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2.3. diskdevstat and netdevstat

diskdevstat and netdevstat are SystemTap tools that collect detailed information about the disk activity and network activity of all applications running on a system. These tools were inspired by PowerTOP, which shows the number of CPU wakeups by every application per second (refer to Section 2.2, “PowerTOP”). The statistics that these tools collect allow you to identify applications that waste power with many small I/O operations rather than fewer, larger operations. Other monitoring tools that measure only transfer speeds do not help to identify this type of usage.
Install these tools with SystemTap with the following command as root:
yum install systemtap tuned-utils kernel-debuginfo
Run the tools with the command:
diskdevstat
or the command:
netdevstat
Both commands can take up to three parameters, as follows:
diskdevstat update_interval total_duration display_histogram
netdevstat update_interval total_duration display_histogram
update_interval
The time in seconds between updates of the display. Default: 5
total_duration
The time in seconds for the whole run. Default: 86400 (1 day)
display_histogram
Flag whether to histogram for all the collected data at the end of the run.
The output of the diskdevstat command resembles that of PowerTOP. See the example.

Example 2.1. An Output of the diskdevstat Command

Here is sample output from a longer diskdevstat run:
PID  UID  DEV WRITE_CNT WRITE_MIN WRITE_MAX WRITE_AVG READ_CNT READ_MIN READ_MAX READ_AVG COMMAND
2789  2903 sda1     854     0.000   120.000    39.836      0     0.000     0.000     0.000 plasma
5494     0 sda1       0     0.000     0.000     0.000    758     0.000     0.012     0.000 0logwatch
5520     0 sda1       0     0.000     0.000     0.000    140     0.000     0.009     0.000 perl
5549     0 sda1       0     0.000     0.000     0.000    140     0.000     0.009     0.000 perl
5585     0 sda1       0     0.000     0.000     0.000    108     0.001     0.002     0.000 perl
2573     0 sda1      63     0.033  3600.015   515.226      0     0.000     0.000     0.000 auditd
5429     0 sda1       0     0.000     0.000     0.000     62     0.009     0.009     0.000 crond
5379     0 sda1       0     0.000     0.000     0.000     62     0.008     0.008     0.000 crond
5473     0 sda1       0     0.000     0.000     0.000     62     0.008     0.008     0.000 crond
5415     0 sda1       0     0.000     0.000     0.000     62     0.008     0.008     0.000 crond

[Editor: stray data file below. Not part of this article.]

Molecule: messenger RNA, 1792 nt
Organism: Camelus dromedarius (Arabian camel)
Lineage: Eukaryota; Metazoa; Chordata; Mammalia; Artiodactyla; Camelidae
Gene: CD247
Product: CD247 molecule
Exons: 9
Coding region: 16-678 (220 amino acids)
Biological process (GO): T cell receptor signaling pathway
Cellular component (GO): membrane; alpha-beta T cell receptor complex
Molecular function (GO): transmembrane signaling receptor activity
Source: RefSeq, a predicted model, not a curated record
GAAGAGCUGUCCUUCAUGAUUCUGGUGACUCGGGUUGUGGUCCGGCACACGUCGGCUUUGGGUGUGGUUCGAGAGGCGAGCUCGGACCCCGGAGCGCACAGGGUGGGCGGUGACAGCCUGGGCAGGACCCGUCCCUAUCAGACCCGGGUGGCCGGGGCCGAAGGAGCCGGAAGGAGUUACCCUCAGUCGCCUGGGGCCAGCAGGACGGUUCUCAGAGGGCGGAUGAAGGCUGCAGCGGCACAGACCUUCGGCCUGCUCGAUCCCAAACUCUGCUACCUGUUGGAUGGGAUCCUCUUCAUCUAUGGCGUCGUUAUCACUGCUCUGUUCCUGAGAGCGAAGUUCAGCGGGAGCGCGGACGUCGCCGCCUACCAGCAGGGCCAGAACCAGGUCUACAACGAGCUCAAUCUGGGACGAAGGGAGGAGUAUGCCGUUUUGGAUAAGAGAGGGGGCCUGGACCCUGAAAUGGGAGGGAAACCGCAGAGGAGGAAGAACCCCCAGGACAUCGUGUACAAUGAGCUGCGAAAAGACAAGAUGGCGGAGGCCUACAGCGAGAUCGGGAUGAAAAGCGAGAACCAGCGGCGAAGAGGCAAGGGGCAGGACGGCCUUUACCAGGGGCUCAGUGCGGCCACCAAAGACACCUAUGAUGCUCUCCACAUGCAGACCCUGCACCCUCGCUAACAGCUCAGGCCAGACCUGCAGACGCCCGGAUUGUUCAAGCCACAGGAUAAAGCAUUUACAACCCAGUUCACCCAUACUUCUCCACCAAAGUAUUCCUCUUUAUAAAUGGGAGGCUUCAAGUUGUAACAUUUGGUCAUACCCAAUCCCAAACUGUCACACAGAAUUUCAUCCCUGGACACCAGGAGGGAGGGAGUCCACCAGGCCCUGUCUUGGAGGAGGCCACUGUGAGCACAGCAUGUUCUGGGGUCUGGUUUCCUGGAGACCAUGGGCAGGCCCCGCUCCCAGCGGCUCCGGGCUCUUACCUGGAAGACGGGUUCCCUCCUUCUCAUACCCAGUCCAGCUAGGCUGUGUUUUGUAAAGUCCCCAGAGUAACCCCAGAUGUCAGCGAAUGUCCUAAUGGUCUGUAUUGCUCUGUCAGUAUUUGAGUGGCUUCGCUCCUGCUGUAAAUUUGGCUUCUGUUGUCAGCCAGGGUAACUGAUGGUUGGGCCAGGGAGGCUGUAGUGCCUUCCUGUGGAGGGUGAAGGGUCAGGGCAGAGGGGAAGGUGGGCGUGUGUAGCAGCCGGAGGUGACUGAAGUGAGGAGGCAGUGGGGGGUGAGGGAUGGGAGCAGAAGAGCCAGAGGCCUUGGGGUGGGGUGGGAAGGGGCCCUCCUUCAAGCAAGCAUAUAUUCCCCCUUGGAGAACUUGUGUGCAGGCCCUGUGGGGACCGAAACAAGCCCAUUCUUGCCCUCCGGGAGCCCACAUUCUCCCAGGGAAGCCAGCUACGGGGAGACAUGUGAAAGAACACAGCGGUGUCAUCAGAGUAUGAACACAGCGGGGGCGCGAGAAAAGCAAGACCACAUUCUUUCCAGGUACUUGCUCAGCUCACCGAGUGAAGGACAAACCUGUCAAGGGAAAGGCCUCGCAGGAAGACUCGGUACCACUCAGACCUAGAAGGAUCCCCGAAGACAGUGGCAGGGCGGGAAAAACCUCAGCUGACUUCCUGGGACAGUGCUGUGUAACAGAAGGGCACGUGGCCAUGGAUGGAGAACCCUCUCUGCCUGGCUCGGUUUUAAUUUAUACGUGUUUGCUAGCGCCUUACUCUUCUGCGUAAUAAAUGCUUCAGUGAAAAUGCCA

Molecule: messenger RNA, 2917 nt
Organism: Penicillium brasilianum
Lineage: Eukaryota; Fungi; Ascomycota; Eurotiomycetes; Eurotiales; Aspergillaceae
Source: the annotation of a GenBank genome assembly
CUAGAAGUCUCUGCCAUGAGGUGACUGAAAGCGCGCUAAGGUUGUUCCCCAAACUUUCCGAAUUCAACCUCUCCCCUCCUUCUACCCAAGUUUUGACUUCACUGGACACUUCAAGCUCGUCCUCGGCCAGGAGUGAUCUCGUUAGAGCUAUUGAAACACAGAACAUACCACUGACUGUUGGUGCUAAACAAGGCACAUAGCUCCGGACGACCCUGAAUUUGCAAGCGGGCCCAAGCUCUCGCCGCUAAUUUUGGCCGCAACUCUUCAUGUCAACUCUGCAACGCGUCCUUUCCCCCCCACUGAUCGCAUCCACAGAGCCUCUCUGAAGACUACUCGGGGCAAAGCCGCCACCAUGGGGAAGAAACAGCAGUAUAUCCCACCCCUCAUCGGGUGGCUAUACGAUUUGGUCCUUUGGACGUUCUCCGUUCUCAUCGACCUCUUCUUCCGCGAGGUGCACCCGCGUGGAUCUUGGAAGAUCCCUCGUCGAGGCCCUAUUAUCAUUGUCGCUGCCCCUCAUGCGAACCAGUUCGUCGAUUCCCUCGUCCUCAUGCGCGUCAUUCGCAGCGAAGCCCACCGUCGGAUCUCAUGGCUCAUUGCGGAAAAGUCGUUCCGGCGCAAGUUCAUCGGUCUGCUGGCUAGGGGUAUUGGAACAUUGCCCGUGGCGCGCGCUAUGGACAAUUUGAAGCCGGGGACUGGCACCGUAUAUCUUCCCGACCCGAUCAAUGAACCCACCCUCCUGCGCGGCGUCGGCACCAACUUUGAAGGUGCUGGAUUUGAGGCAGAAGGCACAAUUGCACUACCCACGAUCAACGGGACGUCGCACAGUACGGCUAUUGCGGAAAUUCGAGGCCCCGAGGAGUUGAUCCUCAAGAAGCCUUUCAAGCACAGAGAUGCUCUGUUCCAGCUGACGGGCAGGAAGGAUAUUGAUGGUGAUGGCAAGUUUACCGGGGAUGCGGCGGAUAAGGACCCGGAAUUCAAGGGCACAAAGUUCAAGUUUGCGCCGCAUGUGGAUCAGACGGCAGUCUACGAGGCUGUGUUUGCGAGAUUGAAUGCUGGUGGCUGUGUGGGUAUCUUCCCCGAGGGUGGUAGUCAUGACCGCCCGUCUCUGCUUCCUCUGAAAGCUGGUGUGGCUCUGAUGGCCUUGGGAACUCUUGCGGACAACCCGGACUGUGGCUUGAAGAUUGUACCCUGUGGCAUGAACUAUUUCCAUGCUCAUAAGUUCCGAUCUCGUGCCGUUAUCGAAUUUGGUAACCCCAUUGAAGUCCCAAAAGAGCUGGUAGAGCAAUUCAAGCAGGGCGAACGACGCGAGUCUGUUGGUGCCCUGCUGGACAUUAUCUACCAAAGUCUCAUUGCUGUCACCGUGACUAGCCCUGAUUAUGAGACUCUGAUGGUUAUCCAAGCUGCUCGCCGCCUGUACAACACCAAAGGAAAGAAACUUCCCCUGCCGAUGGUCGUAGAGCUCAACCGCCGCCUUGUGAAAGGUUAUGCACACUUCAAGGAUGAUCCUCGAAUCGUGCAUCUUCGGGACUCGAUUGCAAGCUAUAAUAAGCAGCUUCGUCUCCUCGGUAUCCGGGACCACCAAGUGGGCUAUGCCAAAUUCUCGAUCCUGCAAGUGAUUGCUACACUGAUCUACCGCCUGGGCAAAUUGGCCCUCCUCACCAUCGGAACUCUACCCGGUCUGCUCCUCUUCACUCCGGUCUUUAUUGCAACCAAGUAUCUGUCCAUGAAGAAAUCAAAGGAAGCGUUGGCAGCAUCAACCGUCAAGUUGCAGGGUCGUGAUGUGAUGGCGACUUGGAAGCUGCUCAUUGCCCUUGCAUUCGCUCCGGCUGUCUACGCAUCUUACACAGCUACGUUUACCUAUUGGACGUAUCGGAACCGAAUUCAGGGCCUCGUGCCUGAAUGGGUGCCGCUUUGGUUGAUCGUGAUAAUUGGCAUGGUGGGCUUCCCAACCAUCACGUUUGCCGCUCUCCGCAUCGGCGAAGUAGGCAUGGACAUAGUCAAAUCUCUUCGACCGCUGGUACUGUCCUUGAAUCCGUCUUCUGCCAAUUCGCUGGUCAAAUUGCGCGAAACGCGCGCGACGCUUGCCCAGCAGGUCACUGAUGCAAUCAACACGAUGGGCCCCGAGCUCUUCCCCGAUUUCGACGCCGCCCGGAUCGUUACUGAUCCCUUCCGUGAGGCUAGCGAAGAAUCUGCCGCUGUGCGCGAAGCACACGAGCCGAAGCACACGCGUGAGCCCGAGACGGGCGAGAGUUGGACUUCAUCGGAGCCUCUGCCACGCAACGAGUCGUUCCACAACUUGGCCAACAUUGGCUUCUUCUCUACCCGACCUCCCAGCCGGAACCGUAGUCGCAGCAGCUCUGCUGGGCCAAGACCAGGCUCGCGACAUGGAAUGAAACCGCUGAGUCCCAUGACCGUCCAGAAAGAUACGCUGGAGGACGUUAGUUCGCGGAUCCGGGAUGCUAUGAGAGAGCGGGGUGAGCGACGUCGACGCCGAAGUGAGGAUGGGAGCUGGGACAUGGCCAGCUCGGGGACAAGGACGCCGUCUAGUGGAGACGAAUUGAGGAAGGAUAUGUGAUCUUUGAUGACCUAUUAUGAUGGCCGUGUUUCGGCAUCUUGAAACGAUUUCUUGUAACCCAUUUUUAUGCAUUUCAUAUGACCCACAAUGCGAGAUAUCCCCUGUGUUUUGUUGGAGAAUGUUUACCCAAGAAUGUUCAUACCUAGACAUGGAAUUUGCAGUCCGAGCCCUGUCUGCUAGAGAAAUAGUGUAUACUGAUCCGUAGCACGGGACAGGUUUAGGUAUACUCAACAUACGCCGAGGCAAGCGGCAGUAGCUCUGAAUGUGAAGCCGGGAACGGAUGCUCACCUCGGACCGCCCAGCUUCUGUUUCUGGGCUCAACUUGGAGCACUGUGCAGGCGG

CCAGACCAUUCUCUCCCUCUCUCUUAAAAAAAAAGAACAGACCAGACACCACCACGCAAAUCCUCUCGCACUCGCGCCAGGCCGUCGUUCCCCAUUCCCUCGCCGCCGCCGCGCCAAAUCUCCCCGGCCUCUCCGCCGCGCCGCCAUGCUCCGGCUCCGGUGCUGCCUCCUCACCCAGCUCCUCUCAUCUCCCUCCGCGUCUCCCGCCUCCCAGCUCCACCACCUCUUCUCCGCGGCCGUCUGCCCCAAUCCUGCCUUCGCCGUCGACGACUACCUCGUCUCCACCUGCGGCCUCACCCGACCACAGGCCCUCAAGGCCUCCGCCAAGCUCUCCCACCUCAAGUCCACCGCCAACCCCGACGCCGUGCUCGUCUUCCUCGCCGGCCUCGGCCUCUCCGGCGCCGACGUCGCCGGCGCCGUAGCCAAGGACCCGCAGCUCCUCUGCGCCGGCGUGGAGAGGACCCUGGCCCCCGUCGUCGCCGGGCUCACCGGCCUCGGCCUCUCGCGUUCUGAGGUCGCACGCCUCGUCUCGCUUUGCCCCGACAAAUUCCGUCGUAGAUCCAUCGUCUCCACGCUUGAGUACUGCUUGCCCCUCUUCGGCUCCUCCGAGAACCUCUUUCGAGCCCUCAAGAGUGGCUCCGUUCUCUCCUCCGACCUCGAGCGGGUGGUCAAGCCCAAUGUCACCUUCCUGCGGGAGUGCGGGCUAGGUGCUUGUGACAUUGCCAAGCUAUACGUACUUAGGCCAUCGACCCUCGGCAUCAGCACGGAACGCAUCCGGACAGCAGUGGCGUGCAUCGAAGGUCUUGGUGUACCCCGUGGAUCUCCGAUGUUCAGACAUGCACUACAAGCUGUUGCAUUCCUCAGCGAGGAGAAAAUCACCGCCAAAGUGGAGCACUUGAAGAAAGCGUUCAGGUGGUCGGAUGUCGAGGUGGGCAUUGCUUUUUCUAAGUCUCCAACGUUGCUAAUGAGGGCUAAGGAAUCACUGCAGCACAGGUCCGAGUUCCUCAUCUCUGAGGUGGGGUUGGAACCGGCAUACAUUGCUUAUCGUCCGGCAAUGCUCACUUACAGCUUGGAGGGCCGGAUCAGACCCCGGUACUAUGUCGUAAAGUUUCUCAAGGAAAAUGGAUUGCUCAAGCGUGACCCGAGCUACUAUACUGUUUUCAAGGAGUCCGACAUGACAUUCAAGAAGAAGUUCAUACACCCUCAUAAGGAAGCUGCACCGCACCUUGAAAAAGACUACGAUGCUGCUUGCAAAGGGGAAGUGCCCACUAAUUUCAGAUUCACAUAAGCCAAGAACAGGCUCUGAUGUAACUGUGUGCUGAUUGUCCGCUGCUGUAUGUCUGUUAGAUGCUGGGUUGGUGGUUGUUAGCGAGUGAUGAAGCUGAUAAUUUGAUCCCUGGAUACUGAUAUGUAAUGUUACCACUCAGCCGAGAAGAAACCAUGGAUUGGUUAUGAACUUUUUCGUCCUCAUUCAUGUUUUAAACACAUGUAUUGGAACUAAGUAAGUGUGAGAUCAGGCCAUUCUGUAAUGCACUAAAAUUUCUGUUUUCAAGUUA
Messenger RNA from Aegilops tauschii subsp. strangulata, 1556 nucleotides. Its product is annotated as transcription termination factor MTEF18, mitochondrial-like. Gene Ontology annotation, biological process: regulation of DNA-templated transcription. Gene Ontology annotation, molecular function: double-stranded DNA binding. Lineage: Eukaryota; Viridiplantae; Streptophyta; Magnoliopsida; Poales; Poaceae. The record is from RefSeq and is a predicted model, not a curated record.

5433     0 sda1       0     0.000     0.000     0.000     62     0.008     0.008     0.000 crond
5425     0 sda1       0     0.000     0.000     0.000     62     0.007     0.007     0.000 crond
5375     0 sda1       0     0.000     0.000     0.000     62     0.008     0.008     0.000 crond
5477     0 sda1       0     0.000     0.000     0.000     62     0.007     0.007     0.000 crond
5469     0 sda1       0     0.000     0.000     0.000     62     0.007     0.007     0.000 crond
5419     0 sda1       0     0.000     0.000     0.000     62     0.008     0.008     0.000 crond
5481     0 sda1       0     0.000     0.000     0.000     61     0.000     0.001     0.000 crond
5355     0 sda1       0     0.000     0.000     0.000     37     0.000     0.014     0.001 laptop_mode
2153     0 sda1      26     0.003  3600.029  1290.730      0     0.000     0.000     0.000 rsyslogd
5575     0 sda1       0     0.000     0.000     0.000     16     0.000     0.000     0.000 cat
5581     0 sda1       0     0.000     0.000     0.000     12     0.001     0.002     0.000 perl
[output truncated]
Three applications stand out:
 PID  UID  DEV WRITE_CNT WRITE_MIN WRITE_MAX WRITE_AVG READ_CNT READ_MIN READ_MAX READ_AVG COMMAND
2789  2903 sda1     854     0.000   120.000    39.836      0     0.000     0.000     0.000 plasma
2573     0 sda1      63     0.033  3600.015   515.226      0     0.000     0.000     0.000 auditd
2153     0 sda1      26     0.003  3600.029  1290.730      0     0.000     0.000     0.000 rsyslogd
These three applications have a WRITE_CNT greater than 0, which means that they performed some form of write during the measurement. Of those, plasma was the worst offender by a large degree: it performed the most write operations, and the average time between writes was the lowest. Plasma would therefore be the best candidate to investigate if you were concerned about power-inefficient applications.
Use the strace and ltrace commands to examine applications more closely by tracing all system calls of the given process ID. Run:
strace -p 2789
The output of strace contains a repeating pattern every 45 seconds that opened the KDE icon cache file of the user for writing followed by an immediate close of the file again. This led to a necessary physical write to the hard disk as the file metadata (specifically, the modification time) had changed. The final fix was to prevent those unnecessary calls when no updates to the icons had occurred.
For reference on what the columns in the diskdevstat command stand for, see this table:

Table 2.1. Reading the diskdevstat Output

PIDthe process ID of the application
UIDthe user ID under which the applications is running
DEVthe device on which the I/O took place
WRITE_CNTthe total number of write operations
WRITE_MINthe lowest time taken for two consecutive writes (in seconds)
WRITE_MAXthe greatest time taken for two consecutive writes (in seconds)
WRITE_AVGthe average time taken for two consecutive writes (in seconds)
READ_CNTthe total number of read operations
READ_MINthe lowest time taken for two consecutive reads (in seconds)
READ_MAXthe greatest time taken for two consecutive reads (in seconds)
READ_AVGthe average time taken for two consecutive reads (in seconds)
COMMANDthe name of the process